It noted that in its formal requests, it has indicated that it would abide by all of the government’s COVID-19 protocols including those that were applied to the CARICOM team.


The International Monetary Fund (IMF) has approved a US$520 million disbursement to Jamaica under the Rapid Financing Instrument (RFI) to aid with COVID-19 relief.

This is 100 percent of the allotted amount that Jamaica can access.

In a statement the IMF, said these funds will help meet “the urgent balance of payment needs stemming from the covid19 pandemic, while catalyzing additional support from development partners.”

The COVID-19 shock Jamaica only a few months after the successful completion of it precautionary stand-by arrangement with the IMF, which was underpinned by strong ownership and civil oversight, the fund noted.

“Jamaica’s established track record of economic reforms has created buffers that are invaluable today in responding to the COVID-19 crisis. Yet, despite the authorities’ proactive mitigation strategies the pandemic is significantly impacting Jamaica’s economy,” the statement said.

Jamaica is the hardest hit English-speaking Caribbean country with 530 confirmed cases as of May 17.

The Jamaica government has declared the entire island as a disaster area and has established a special task force to coordinate the country’s COVID-19 response.

St. Vincent

Police in St. Vincent and the Grenadines have launched an investigation into an explosion at a gas station in Union Island, which claimed the lives of three people recently.

Fire officers say it took them five hours to extinguish the fire and that steam continued to be emitted from the ground up to 10 hours after the blaze had destroyed the gas station and several other buildings.

Those who died were Freddy Naert, 72, owner of Freddy’s Gas Station, and 14-year-old Lindani Neverson, who died at the Cato Memorial Hospital in Kingstown.

Graniqua “Zara” Alexander, 17, a secondary school student who was seriously injured in the fire was flown to Trinidad for medical treatment, but she later died from severe burns about the body.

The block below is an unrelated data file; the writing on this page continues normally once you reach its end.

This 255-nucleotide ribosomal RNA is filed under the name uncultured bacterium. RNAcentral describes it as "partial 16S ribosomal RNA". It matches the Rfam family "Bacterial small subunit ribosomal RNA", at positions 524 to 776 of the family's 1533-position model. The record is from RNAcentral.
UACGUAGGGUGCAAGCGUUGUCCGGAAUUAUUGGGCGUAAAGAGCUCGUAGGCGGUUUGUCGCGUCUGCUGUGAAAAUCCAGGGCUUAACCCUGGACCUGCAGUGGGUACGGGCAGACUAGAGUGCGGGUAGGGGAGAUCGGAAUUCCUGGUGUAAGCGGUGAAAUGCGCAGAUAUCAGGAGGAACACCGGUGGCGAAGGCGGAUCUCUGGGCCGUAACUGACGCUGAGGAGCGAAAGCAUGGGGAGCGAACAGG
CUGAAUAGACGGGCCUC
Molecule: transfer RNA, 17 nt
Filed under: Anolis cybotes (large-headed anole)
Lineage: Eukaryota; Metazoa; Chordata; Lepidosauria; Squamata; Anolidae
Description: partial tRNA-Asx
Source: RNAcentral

The St. Vincent government has accepted an offer by Grenada to help with the supply of fuel to Union Island after the fire destroyed the sole petrol station.

St. Lucia

The St. Lucia government has defended its decision to seek a four-month extension of the state of emergency (SoE), saying it allows for the authorities to move swiftly between phases, especially as the coronavirus evolves.

He said that having examined the actions of countries in the Caribbean and internationally, it is clear that an SoE is the best mechanism in securing timely and seamless execution of protocols and guidelines.

Prime Minister Allen Chastanet said an SoE “is no small matter” and comes as a result of a declaration by the government in response to an extraordinary situation posing a fundamental threat to the country.

He likened the virus to a hurricane “like no other that we have faced in this region.”

“It has the potential to wipe our entire nations and cripple economies if not managed properly. A state of emergency for the next four months will allow us to continue to implement and adequately monitor the effectiveness of the measures we have put in place and to make quick adjustments as required,” he said.

Chastanet said the government has confidence in the five-phase approach to reopening the society.


Global rating agency, Moody’s has changed the outlook on the government of Trinidad and Tobago to negative from stable. At the same time, the government’s long-term issuer and senior unsecured debt ratings have been affirmed at Ba1.

The negative outlook reflects increased downside risks to Trinidad and Tobago’s economic and fiscal strength from medium-term challenges that have now been exacerbated by the severe shock to global oil and gas demand and prices, triggered by the coronavirus.

The negative outlook is also informed by the uncertainty regarding the degree to which the Government will be able to offset revenue losses over time and sustain robust economic growth and budgetary outcomes conducive to a stabilization or gradual reduction in its debt burden.

In Moody’s view fiscal and debt dynamics are highly sensitive to a recovery in the energy sector and risks to government debt ratios remaining at higher levels have materially risen.

— Compiled by Azad Ali